announced in the academic calendar. Late registration is allowed on the 
dates so designated in the calendar. Registration after these dates cannot 
be guaranteed. 

Changes in Registration 

Changes in registration are allowed through the first week of the quarter. 
Thereafter the course will appear on the transcript with a grade or 
designation of withdrawal: WP - withdrew passing; WF - withdrew failing. 

Class Schedule and Course Load 

Catholic Theological Union operates on the quarter system, with three 
eleven-week quarters per year. Most courses are offered for three quarter 


credit hours, and meet one hundred fifty minutes per week for ten weeks, 
with the eleventh week for study and examinations. Classes are scheduled 
Monday through Thursday during the day. Evening courses and some 
weekend intensives are also offered. 

The normal course load is four courses (twelve credit hours) per quarter. 
With the permission of their academic advisor, students may register for 
an additional course.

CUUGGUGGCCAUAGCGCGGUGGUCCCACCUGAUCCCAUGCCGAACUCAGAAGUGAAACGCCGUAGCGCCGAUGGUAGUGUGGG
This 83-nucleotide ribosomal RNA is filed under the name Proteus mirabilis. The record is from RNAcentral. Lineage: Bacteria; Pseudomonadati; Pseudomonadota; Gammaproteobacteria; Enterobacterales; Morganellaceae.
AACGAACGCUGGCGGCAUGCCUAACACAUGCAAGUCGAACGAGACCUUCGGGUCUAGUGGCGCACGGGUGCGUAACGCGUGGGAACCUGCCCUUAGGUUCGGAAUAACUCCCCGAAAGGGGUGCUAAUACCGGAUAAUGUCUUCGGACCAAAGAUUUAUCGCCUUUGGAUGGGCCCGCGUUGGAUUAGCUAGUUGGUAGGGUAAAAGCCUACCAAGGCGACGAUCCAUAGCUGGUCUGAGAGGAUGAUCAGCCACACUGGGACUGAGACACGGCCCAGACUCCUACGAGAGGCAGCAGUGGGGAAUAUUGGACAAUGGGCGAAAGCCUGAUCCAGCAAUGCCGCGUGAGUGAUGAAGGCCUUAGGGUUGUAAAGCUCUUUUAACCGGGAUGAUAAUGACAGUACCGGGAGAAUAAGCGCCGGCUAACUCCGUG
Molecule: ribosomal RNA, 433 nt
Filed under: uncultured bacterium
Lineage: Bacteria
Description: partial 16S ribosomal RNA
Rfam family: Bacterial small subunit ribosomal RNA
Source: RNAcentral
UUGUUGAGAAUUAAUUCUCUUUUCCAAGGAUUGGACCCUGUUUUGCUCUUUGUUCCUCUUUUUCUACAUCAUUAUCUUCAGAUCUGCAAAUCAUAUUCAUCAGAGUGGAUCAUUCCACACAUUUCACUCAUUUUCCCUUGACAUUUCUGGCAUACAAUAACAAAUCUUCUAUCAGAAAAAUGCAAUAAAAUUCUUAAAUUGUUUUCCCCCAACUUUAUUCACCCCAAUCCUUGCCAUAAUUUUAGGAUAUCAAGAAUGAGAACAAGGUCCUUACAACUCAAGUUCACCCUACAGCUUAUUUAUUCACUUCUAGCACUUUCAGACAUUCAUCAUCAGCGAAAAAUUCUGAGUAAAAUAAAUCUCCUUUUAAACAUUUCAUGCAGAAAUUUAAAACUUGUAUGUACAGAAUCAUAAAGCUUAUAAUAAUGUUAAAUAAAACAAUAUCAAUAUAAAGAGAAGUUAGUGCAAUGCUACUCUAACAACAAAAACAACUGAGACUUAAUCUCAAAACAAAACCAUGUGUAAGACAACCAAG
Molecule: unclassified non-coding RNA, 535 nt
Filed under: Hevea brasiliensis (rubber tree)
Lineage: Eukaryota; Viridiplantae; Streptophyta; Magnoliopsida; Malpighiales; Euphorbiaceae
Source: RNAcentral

Course offerings are arranged so that one may pursue an M.T.S. or 
M.A. degree in most areas of concentration completely by means of evening 
courses. The sequence of these courses is scheduled on a two-year cycle. 

Grading and Standards of Progress 

Grades are given at the end of each quarter and published by the 
Registrar. The student's academic advisor keeps a progressive checklist 
of regular advancement toward completion of hour and area requirements. 

Catholic Theological Union uses the letter grade system, and also the 
pass-fail system for some courses. Grades are given and computed 
according to the following schedule: 




four quality points 




three quality points 




two quality points 




one quality points 




no quality points 















PI = Permanent Incomplete 

Students must have a minimum 3.0 cumulative quality point average 
in a degree program in order to graduate. Students falling below this